Stigma and compassion - why it really does matter what people say and do

I was distressed, confused: often tearful.Sheila's blog I remember that bit. Looking back over a decade later, I'm pretty sure I was annoying, too.

Barbara – not her real name – paid attention, unlike some of her colleagues. I can't remember if this particular conversation happened before, or after, she took time out to plait my hair. To encourage me to eat.

The legacy of Becki Luscombe

It was just a little more than a year ago year ago when people in this movement and many others used their experiences, voice and collective ‘muscle’ to stand up to two household names who were stocking offensive Halloween costumes with “mental patient” and “psycho ward” themes.

After so many years of working to improve public understanding and attitudes towards mental health problems and those of us with them, when the supermarkets withdrew the costumes, apologising and making donations this was an historic milestone.  Becki Luscombe was at the very heart of this.

Stigma is powerless ash at my feet: How speaking out has transformed me

Join me. 

February 1998. Shell-shocked after a nervous breakdown. I receive my mental illness diagnosis. I have bipolar disorder.

On the wobbly new-born legs of a new identity. I had crossed that big fat safe line between “us” - the sane, and “them” - the mad. I was one of "them". I lost my glamorous, well paid job in the West End of London managing A list celebrities. I was Mentally Ill. For life. I was only 25.

My B and Me

I wrote this poem during a hypomanic phase stage recently. The first time I was published on the Time to Change website I was actually working in marketing and wanted to get out of the corporate world. Through sheer passion and determination I somehow landed a job within mental health services on the South Coast for Solent Mind. I was at a reflective stage in my life and I was just coming to terms with my diagnosis.

Jonny Benjamin and the Janey Antoniou Award: "I'm so proud to be recognised for mental health campaigning"

It was a complete surprise to receive the call telling me I had won the Janey Antoniou award from Rethink Mental Illness. (Rethink Mental Illness is one of the charities behind Time to Change, along with Mind). Jonny

Being open about my mental health at an African and Caribbean community event

Time to Change blogger SteveStereo-Hype Festival 2014 took place at the Midlands Art Centre (MAC) in one of Birmingham’s amazing green spaces, Cannon Hill Park. The 2-day event aimed to promote the wellbeing of African and Caribbean communities through a program of art, performances and discussion.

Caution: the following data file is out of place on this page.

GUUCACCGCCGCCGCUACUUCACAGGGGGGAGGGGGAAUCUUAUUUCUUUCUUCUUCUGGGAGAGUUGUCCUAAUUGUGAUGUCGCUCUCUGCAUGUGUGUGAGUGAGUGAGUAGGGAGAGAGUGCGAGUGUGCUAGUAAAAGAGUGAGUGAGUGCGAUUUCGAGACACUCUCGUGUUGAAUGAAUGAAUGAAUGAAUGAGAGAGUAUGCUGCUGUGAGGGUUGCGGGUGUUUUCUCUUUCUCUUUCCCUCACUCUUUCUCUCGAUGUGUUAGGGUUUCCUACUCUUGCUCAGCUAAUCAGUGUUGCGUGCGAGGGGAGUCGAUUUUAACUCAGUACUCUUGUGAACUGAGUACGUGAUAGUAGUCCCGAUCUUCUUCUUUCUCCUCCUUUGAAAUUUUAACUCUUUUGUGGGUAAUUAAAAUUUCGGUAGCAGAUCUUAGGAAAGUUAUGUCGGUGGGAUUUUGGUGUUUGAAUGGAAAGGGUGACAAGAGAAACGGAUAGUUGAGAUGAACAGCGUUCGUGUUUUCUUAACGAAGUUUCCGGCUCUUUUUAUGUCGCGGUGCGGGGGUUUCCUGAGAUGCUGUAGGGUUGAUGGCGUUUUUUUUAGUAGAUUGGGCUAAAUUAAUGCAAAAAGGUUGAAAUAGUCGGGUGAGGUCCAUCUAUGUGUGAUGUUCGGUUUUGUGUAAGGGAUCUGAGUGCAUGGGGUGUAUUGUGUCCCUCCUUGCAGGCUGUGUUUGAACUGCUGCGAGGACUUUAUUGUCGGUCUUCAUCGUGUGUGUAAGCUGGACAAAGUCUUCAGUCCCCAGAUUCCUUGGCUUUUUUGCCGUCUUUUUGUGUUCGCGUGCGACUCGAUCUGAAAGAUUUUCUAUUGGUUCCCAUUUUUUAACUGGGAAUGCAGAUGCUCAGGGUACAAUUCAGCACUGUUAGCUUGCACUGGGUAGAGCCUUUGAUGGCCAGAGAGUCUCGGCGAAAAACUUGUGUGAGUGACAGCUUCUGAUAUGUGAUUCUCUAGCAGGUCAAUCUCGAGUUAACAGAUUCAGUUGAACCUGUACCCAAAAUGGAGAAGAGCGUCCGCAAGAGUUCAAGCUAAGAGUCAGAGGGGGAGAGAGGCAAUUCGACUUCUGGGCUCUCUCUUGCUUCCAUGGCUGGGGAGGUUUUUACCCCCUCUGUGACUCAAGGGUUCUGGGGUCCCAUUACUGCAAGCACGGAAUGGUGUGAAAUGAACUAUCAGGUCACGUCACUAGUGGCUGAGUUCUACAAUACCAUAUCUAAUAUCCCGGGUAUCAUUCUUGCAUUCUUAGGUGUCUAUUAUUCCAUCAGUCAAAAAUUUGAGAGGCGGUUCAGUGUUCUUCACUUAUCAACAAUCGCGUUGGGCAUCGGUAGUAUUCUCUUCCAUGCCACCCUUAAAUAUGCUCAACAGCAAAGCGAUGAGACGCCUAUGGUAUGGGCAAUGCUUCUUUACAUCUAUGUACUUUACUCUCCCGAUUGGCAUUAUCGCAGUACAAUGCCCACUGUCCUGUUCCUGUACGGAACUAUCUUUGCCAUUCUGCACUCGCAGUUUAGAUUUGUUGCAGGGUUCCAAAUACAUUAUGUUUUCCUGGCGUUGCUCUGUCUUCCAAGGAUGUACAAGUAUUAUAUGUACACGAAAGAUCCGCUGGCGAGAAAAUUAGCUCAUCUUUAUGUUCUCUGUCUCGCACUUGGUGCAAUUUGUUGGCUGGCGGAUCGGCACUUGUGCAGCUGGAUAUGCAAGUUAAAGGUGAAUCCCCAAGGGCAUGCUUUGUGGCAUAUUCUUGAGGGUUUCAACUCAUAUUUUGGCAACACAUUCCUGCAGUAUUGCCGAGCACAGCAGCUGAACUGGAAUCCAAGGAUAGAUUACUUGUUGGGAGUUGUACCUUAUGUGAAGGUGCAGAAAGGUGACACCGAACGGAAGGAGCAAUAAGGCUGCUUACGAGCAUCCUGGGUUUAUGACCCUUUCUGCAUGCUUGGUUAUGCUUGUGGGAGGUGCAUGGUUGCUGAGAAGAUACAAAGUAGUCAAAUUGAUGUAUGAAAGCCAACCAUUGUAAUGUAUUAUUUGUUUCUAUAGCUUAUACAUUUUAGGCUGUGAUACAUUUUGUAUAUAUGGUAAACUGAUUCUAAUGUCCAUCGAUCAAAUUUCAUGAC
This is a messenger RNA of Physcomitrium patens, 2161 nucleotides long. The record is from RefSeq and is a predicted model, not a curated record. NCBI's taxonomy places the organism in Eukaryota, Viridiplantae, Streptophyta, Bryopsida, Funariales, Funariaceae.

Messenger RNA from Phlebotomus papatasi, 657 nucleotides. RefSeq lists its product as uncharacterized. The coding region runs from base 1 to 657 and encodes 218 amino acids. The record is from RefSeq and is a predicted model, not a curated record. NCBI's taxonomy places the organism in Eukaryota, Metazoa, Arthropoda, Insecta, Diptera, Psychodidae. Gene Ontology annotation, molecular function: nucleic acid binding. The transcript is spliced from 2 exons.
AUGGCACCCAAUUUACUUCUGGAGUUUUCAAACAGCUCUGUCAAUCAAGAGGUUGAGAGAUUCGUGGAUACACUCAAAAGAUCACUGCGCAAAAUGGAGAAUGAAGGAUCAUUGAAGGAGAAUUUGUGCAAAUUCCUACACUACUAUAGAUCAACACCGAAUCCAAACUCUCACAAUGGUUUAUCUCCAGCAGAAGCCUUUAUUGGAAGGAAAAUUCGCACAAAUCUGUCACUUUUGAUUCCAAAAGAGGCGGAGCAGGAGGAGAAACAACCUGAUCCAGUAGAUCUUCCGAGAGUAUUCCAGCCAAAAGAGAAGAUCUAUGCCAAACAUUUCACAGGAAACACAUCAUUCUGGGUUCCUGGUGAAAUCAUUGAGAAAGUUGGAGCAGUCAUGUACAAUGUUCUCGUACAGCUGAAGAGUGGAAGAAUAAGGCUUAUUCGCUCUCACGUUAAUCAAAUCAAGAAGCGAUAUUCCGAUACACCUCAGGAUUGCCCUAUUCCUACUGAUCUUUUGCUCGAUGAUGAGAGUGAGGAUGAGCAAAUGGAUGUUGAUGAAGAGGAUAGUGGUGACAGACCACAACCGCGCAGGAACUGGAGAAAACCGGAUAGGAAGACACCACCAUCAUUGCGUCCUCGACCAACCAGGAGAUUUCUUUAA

Stand Up Kid, Stand Up Teacher - talking about mental health in a school

As a ‘Time to change Champion' you get to have many interesting conversations with lovely people, usually one to one, but every so often you get a wonderful opportunity to talk to groups. One of these opportunities led to potentially the best conversation of my life, and a critical moment in my recovery, all at a Time to Change event. There was a little issue with this group that I was stood in front of, besides my wife, her colleagues and friends, a former teacher of mine, and just over 200 year 9’s (13 and 14 year olds) in a large Comprehensive school.

Being part of a movement that strives for improvement - Time to Change Champion Will's Story

In this video Will talks about his involvement with Time to Change, and how his friends have reacted to him coming out about his mental health problems.

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Sharing my experience of mental health through cricket

I first heard about Time to Change when, as a fan of cricket, I read about England player Michael Yardy’s battle with depression which effectively ended his international career. This struck a chord with me because of my own problems with depression and anxiety, and I know how frustrating and debilitating it can be.

First steps to becoming a Champion and Speaking Out

In the eulogy at my brother’s funeral I challenged everyone.  Would they stand with me to challenge perceptions of schizophrenia and especially the inappropriate and liberal use of the term ‘schizo’?  That was almost nine years ago.  I have made some contribution in the intervening years, continuing to volunteer at a mental health drop-in centre and then serving as one of its trustees.  Owing to cuts in funding I then presided over the closure of the c

The golden idea that inspired me to speak out about my anorexia